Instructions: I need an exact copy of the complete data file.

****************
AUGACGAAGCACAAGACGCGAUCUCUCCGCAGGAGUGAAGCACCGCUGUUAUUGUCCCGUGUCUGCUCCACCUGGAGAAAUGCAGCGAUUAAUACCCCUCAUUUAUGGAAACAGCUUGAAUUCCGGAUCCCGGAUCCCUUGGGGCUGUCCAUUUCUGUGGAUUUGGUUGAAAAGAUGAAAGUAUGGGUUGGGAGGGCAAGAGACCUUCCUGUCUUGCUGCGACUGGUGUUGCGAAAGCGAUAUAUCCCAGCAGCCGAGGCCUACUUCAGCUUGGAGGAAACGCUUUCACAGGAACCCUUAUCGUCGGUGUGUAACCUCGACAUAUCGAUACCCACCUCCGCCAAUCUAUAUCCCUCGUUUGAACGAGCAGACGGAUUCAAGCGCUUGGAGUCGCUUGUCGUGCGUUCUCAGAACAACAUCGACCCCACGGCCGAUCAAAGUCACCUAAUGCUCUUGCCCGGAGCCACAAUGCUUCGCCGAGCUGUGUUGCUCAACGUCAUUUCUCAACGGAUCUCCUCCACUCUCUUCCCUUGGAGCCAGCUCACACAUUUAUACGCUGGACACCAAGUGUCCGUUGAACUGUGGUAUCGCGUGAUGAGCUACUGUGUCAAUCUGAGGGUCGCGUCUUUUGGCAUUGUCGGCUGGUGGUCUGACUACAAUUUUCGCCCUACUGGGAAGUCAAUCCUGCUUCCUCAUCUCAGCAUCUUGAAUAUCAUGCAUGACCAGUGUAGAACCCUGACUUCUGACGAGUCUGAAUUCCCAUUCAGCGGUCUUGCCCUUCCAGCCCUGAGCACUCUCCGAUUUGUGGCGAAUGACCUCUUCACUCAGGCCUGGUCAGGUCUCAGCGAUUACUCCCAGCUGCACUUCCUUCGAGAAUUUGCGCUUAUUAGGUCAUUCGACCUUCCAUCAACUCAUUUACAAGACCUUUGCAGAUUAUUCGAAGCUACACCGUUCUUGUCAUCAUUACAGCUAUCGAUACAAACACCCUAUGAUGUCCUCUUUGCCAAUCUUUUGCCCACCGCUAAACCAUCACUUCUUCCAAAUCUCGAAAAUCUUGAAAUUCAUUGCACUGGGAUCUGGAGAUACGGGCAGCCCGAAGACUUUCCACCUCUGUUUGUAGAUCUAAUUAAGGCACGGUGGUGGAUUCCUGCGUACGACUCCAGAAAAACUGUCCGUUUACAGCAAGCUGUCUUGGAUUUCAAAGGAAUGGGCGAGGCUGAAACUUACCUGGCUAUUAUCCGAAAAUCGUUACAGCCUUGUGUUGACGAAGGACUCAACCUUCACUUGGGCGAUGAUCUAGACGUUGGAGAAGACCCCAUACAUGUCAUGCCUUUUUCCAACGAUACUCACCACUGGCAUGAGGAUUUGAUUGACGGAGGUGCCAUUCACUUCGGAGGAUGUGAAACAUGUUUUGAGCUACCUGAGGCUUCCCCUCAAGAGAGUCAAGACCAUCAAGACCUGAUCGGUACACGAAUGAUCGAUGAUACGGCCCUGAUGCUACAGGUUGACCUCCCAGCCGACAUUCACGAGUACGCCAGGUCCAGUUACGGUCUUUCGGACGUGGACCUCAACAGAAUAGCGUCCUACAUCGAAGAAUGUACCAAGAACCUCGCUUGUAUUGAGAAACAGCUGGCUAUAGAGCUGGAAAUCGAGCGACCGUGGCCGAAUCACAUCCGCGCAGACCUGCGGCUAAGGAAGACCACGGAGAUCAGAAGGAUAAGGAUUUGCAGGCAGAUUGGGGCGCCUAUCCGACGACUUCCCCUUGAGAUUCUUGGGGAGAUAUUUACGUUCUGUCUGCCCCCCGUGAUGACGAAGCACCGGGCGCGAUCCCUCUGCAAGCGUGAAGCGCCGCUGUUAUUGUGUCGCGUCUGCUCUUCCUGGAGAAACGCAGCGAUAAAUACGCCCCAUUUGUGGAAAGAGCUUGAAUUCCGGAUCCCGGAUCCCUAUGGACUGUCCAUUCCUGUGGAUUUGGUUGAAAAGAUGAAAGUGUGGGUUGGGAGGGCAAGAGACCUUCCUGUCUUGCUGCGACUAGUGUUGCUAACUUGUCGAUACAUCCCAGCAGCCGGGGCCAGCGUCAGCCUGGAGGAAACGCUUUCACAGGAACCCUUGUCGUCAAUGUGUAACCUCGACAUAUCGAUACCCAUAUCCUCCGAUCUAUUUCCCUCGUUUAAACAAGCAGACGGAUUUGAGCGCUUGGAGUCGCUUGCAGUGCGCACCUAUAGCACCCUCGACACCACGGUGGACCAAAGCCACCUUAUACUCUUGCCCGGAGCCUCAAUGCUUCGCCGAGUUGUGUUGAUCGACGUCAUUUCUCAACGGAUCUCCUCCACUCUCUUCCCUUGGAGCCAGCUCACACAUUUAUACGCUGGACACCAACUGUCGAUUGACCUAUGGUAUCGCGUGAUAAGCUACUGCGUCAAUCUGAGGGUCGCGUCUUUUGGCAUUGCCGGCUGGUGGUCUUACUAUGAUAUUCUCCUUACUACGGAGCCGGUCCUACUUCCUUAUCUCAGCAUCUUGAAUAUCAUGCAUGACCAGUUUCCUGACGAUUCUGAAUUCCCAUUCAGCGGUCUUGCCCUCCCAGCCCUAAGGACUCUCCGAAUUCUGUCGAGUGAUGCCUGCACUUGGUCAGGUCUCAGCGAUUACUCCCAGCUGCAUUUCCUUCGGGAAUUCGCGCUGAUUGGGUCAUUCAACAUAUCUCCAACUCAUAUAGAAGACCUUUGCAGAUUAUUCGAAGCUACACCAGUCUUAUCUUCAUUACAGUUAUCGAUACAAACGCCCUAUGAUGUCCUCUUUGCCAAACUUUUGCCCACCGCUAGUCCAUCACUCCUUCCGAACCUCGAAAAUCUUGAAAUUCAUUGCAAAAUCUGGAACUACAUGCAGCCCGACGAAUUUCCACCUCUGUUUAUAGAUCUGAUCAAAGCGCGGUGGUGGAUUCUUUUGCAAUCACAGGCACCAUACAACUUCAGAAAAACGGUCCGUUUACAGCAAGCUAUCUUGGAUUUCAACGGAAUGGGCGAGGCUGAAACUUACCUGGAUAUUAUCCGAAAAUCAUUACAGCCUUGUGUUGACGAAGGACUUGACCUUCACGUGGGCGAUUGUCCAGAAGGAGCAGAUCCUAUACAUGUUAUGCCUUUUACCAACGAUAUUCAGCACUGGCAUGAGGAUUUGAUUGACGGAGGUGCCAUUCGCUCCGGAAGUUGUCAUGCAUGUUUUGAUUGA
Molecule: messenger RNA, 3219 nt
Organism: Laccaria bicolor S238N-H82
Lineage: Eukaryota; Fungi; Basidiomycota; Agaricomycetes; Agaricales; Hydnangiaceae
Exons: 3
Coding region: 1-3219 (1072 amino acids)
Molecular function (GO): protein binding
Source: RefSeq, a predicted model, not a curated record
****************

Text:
AUGACGAAGCACAAGACGCGAUCUCUCCGCAGGAGUGAAGCACCGCUGUUAUUGUCCCGUGUCUGCUCCACCUGGAGAAAUGCAGCGAUUAAUACCCCUCAUUUAUGGAAACAGCUUGAAUUCCGGAUCCCGGAUCCCUUGGGGCUGUCCAUUUCUGUGGAUUUGGUUGAAAAGAUGAAAGUAUGGGUUGGGAGGGCAAGAGACCUUCCUGUCUUGCUGCGACUGGUGUUGCGAAAGCGAUAUAUCCCAGCAGCCGAGGCCUACUUCAGCUUGGAGGAAACGCUUUCACAGGAACCCUUAUCGUCGGUGUGUAACCUCGACAUAUCGAUACCCACCUCCGCCAAUCUAUAUCCCUCGUUUGAACGAGCAGACGGAUUCAAGCGCUUGGAGUCGCUUGUCGUGCGUUCUCAGAACAACAUCGACCCCACGGCCGAUCAAAGUCACCUAAUGCUCUUGCCCGGAGCCACAAUGCUUCGCCGAGCUGUGUUGCUCAACGUCAUUUCUCAACGGAUCUCCUCCACUCUCUUCCCUUGGAGCCAGCUCACACAUUUAUACGCUGGACACCAAGUGUCCGUUGAACUGUGGUAUCGCGUGAUGAGCUACUGUGUCAAUCUGAGGGUCGCGUCUUUUGGCAUUGUCGGCUGGUGGUCUGACUACAAUUUUCGCCCUACUGGGAAGUCAAUCCUGCUUCCUCAUCUCAGCAUCUUGAAUAUCAUGCAUGACCAGUGUAGAACCCUGACUUCUGACGAGUCUGAAUUCCCAUUCAGCGGUCUUGCCCUUCCAGCCCUGAGCACUCUCCGAUUUGUGGCGAAUGACCUCUUCACUCAGGCCUGGUCAGGUCUCAGCGAUUACUCCCAGCUGCACUUCCUUCGAGAAUUUGCGCUUAUUAGGUCAUUCGACCUUCCAUCAACUCAUUUACAAGACCUUUGCAGAUUAUUCGAAGCUACACCGUUCUUGUCAUCAUUACAGCUAUCGAUACAAACACCCUAUGAUGUCCUCUUUGCCAAUCUUUUGCCCACCGCUAAACCAUCACUUCUUCCAAAUCUCGAAAAUCUUGAAAUUCAUUGCACUGGGAUCUGGAGAUACGGGCAGCCCGAAGACUUUCCACCUCUGUUUGUAGAUCUAAUUAAGGCACGGUGGUGGAUUCCUGCGUACGACUCCAGAAAAACUGUCCGUUUACAGCAAGCUGUCUUGGAUUUCAAAGGAAUGGGCGAGGCUGAAACUUACCUGGCUAUUAUCCGAAAAUCGUUACAGCCUUGUGUUGACGAAGGACUCAACCUUCACUUGGGCGAUGAUCUAGACGUUGGAGAAGACCCCAUACAUGUCAUGCCUUUUUCCAACGAUACUCACCACUGGCAUGAGGAUUUGAUUGACGGAGGUGCCAUUCACUUCGGAGGAUGUGAAACAUGUUUUGAGCUACCUGAGGCUUCCCCUCAAGAGAGUCAAGACCAUCAAGACCUGAUCGGUACACGAAUGAUCGAUGAUACGGCCCUGAUGCUACAGGUUGACCUCCCAGCCGACAUUCACGAGUACGCCAGGUCCAGUUACGGUCUUUCGGACGUGGACCUCAACAGAAUAGCGUCCUACAUCGAAGAAUGUACCAAGAACCUCGCUUGUAUUGAGAAACAGCUGGCUAUAGAGCUGGAAAUCGAGCGACCGUGGCCGAAUCACAUCCGCGCAGACCUGCGGCUAAGGAAGACCACGGAGAUCAGAAGGAUAAGGAUUUGCAGGCAGAUUGGGGCGCCUAUCCGACGACUUCCCCUUGAGAUUCUUGGGGAGAUAUUUACGUUCUGUCUGCCCCCCGUGAUGACGAAGCACCGGGCGCGAUCCCUCUGCAAGCGUGAAGCGCCGCUGUUAUUGUGUCGCGUCUGCUCUUCCUGGAGAAACGCAGCGAUAAAUACGCCCCAUUUGUGGAAAGAGCUUGAAUUCCGGAUCCCGGAUCCCUAUGGACUGUCCAUUCCUGUGGAUUUGGUUGAAAAGAUGAAAGUGUGGGUUGGGAGGGCAAGAGACCUUCCUGUCUUGCUGCGACUAGUGUUGCUAACUUGUCGAUACAUCCCAGCAGCCGGGGCCAGCGUCAGCCUGGAGGAAACGCUUUCACAGGAACCCUUGUCGUCAAUGUGUAACCUCGACAUAUCGAUACCCAUAUCCUCCGAUCUAUUUCCCUCGUUUAAACAAGCAGACGGAUUUGAGCGCUUGGAGUCGCUUGCAGUGCGCACCUAUAGCACCCUCGACACCACGGUGGACCAAAGCCACCUUAUACUCUUGCCCGGAGCCUCAAUGCUUCGCCGAGUUGUGUUGAUCGACGUCAUUUCUCAACGGAUCUCCUCCACUCUCUUCCCUUGGAGCCAGCUCACACAUUUAUACGCUGGACACCAACUGUCGAUUGACCUAUGGUAUCGCGUGAUAAGCUACUGCGUCAAUCUGAGGGUCGCGUCUUUUGGCAUUGCCGGCUGGUGGUCUUACUAUGAUAUUCUCCUUACUACGGAGCCGGUCCUACUUCCUUAUCUCAGCAUCUUGAAUAUCAUGCAUGACCAGUUUCCUGACGAUUCUGAAUUCCCAUUCAGCGGUCUUGCCCUCCCAGCCCUAAGGACUCUCCGAAUUCUGUCGAGUGAUGCCUGCACUUGGUCAGGUCUCAGCGAUUACUCCCAGCUGCAUUUCCUUCGGGAAUUCGCGCUGAUUGGGUCAUUCAACAUAUCUCCAACUCAUAUAGAAGACCUUUGCAGAUUAUUCGAAGCUACACCAGUCUUAUCUUCAUUACAGUUAUCGAUACAAACGCCCUAUGAUGUCCUCUUUGCCAAACUUUUGCCCACCGCUAGUCCAUCACUCCUUCCGAACCUCGAAAAUCUUGAAAUUCAUUGCAAAAUCUGGAACUACAUGCAGCCCGACGAAUUUCCACCUCUGUUUAUAGAUCUGAUCAAAGCGCGGUGGUGGAUUCUUUUGCAAUCACAGGCACCAUACAACUUCAGAAAAACGGUCCGUUUACAGCAAGCUAUCUUGGAUUUCAACGGAAUGGGCGAGGCUGAAACUUACCUGGAUAUUAUCCGAAAAUCAUUACAGCCUUGUGUUGACGAAGGACUUGACCUUCACGUGGGCGAUUGUCCAGAAGGAGCAGAUCCUAUACAUGUUAUGCCUUUUACCAACGAUAUUCAGCACUGGCAUGAGGAUUUGAUUGACGGAGGUGCCAUUCGCUCCGGAAGUUGUCAUGCAUGUUUUGAUUGA
Molecule: messenger RNA, 3219 nt
Organism: Laccaria bicolor S238N-H82
Lineage: Eukaryota; Fungi; Basidiomycota; Agaricomycetes; Agaricales; Hydnangiaceae
Exons: 3
Coding region: 1-3219 (1072 amino acids)
Molecular function (GO): protein binding
Source: RefSeq, a predicted model, not a curated record